Coraline

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Neil Gaiman: ah, how those British authors love to flit about with intertwining stories and mysteries. Of course, in the end they all come together to explain one “important” subsection of the book that at one single moment may feel absolutely vital to the reader, whatever it may be. Gaiman is a Brit author that likes to go to simple levels of this extravagant scheme. He has intertwiningly worked between fiction and the screen: New York Times best-selling author of the graphic novel The Sandman, he wrote the English translation for the Studio Ghibli animated epic Princess Mononoke, has written stories and screenplays, one of them the 2007 adaptation of Beowulf, one of his novels, Stardust, was adapted in 2007 for the screen, featuring Michelle Pfeiffer, Claire Daines, and Robert de Niro, and he most recently won the Newberry Medal award.
Coraline is as strange as most average British writers' fantasy fiction may be, from J.R.R. Tolkein to Diana Wynne Jones; it goes to extravagant angles and measures on the two genres that ought to be kept apart as much as possible for what is considered “sanitary picture,” and those two genres are Family and Horror. At the beginning, you'd think it more of another one of Tim Burton's dreary movies that display horrific satires on the modern average social values (not too far away; the director Henry Selick and Burton created The Nightmare Before Christmas together). Coraline is a teenage adolescent moving into an old house with her stiff-back-and-neck parents. Everything is gloomy, the trees, as always, symbolize the nature and feel of the place. Being the restless explorer as she is, she finds a nighttime portal to an opposite world where there are alter egos of everyone, the cinematography is rich, splendid, and colorful, word phrases translate to devices (the Gravy Train creates a small Family joy that the children are meant to relish in), our young heroine gets anything she wants, and everyone has buttons for eyes (gasp!). Coraline soon finds that they are a requirement for her staying in this joyful world, and soon finds that they are not meant as an option. Our heroine's options begin to thin out, and the Horror element begins to kick in as the movie comes to its action-element climaxes.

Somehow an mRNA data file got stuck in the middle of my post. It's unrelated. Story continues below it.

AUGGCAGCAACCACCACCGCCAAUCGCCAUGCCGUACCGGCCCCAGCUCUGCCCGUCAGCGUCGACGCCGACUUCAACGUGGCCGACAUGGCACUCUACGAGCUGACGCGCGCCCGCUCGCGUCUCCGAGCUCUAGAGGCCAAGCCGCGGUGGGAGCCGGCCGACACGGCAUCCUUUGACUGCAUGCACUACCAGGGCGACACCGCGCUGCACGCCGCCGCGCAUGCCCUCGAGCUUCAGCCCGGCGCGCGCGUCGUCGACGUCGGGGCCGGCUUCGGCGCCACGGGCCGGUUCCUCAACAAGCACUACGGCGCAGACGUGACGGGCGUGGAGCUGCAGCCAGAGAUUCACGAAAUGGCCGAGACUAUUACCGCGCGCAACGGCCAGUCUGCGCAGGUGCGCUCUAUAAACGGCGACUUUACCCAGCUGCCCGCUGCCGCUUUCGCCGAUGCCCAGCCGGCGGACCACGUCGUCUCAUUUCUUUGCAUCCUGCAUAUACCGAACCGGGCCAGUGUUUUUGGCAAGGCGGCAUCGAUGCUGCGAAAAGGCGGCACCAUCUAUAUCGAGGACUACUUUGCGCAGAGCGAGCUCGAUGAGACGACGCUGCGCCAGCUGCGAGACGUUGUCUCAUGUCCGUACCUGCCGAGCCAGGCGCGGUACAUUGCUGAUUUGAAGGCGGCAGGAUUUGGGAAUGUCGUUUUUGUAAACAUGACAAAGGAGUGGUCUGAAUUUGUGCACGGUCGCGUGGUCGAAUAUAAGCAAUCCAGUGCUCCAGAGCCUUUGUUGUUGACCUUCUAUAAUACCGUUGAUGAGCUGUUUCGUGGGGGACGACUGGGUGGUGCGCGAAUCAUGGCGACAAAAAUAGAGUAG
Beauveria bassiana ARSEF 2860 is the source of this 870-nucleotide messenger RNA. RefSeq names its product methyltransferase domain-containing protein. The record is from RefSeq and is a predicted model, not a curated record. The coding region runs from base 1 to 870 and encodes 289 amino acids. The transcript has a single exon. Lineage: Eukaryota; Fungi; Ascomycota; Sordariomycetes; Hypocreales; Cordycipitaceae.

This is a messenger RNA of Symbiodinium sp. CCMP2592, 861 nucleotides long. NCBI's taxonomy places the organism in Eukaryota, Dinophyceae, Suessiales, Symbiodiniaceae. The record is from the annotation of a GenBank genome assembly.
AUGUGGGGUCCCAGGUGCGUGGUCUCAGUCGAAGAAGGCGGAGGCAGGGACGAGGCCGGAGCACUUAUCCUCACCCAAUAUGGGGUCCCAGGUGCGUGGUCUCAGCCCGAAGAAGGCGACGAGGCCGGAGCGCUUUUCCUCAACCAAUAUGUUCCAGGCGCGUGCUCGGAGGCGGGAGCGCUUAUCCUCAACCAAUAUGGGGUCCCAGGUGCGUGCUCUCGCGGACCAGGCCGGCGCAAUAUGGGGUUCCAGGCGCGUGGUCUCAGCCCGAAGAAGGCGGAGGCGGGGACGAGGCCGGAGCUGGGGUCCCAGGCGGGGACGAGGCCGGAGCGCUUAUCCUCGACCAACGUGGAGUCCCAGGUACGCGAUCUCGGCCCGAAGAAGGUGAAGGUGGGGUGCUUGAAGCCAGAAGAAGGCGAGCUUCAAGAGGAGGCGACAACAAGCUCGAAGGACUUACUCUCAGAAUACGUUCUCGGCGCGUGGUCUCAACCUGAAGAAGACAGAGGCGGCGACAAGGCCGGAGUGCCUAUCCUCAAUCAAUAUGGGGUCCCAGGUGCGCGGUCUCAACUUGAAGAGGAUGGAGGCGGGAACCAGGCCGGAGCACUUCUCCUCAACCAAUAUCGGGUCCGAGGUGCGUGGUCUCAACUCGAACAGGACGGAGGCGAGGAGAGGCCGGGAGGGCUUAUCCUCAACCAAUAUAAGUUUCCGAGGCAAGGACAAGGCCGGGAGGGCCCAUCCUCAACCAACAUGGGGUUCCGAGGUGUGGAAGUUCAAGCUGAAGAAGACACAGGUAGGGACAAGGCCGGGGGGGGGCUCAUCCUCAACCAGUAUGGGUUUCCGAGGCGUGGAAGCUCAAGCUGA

As the title suggests, the movie is not your normal average movie (Coraline is not a name) and stretches itself to the limit with the joys and then the thrills. We are pulled in with our heroine as she travels back and forth from real to Wonka-like world (let us think back to Mr. Burton's gothic remake), swaying back and forth from boredom to fun, stolidity to action, and happiness to terror. We witness the dramatic changes that take place, and as any good movie allows, are able to peel away at the inner core of each character and find the balance in the real world of the individuality of everyone and the potential for the bright side to be considered over the constant charade of happiness that aims for its selfish goals with just as bad of a dark side.
The creativity for this film is excellent, or at least a triumph for a non-Pixar animated feature. The music is well-expressive of each scene, my favorite one being a bumbling melody of what I would guess to be string and percussion instruments with a girl singing gibberish or Hungarian, so I'm told. The cinematography is obvious, with the same nature as many movies about multi-worlds, such as Guillermo del Toro's Pan's Labyrinth, but nevertheless successful. The animation of the real-life characters is always creative, funny, and well-embodying of the stereotype of some 1940's relic, while that of the “opposites” are extravagant, gracious, and also deteriorating as the film goes on and the grip on heroine Coraline tries to tighten. Sequences that go on in this opposite dimension are extravagant and shoot out to the audience (perhaps literally as well, in 3-D), with little mice circuses with cotton candy cannons and trapeze operas that eventually turn into tragically shriveled up and warped characters under manipulation.
And while the ‘normal' world is stuck in its dreary tones and stolid position, it is in the children's movie ending that shows that it is better to try and elevate and brighten up the prospects of those and things around rather than taking candy from strangers. At the end, the movie simply tells us, Don't go off looking for things in dark outskirts when there is already so much chance for yourself here to open your heart unto. Selick and Gaiman make their point, and in the process scar us with the incredible twist of the arm and brain coming from their far-reaching diversity of candy-colored, warped, and slightly satiric “family horror.”





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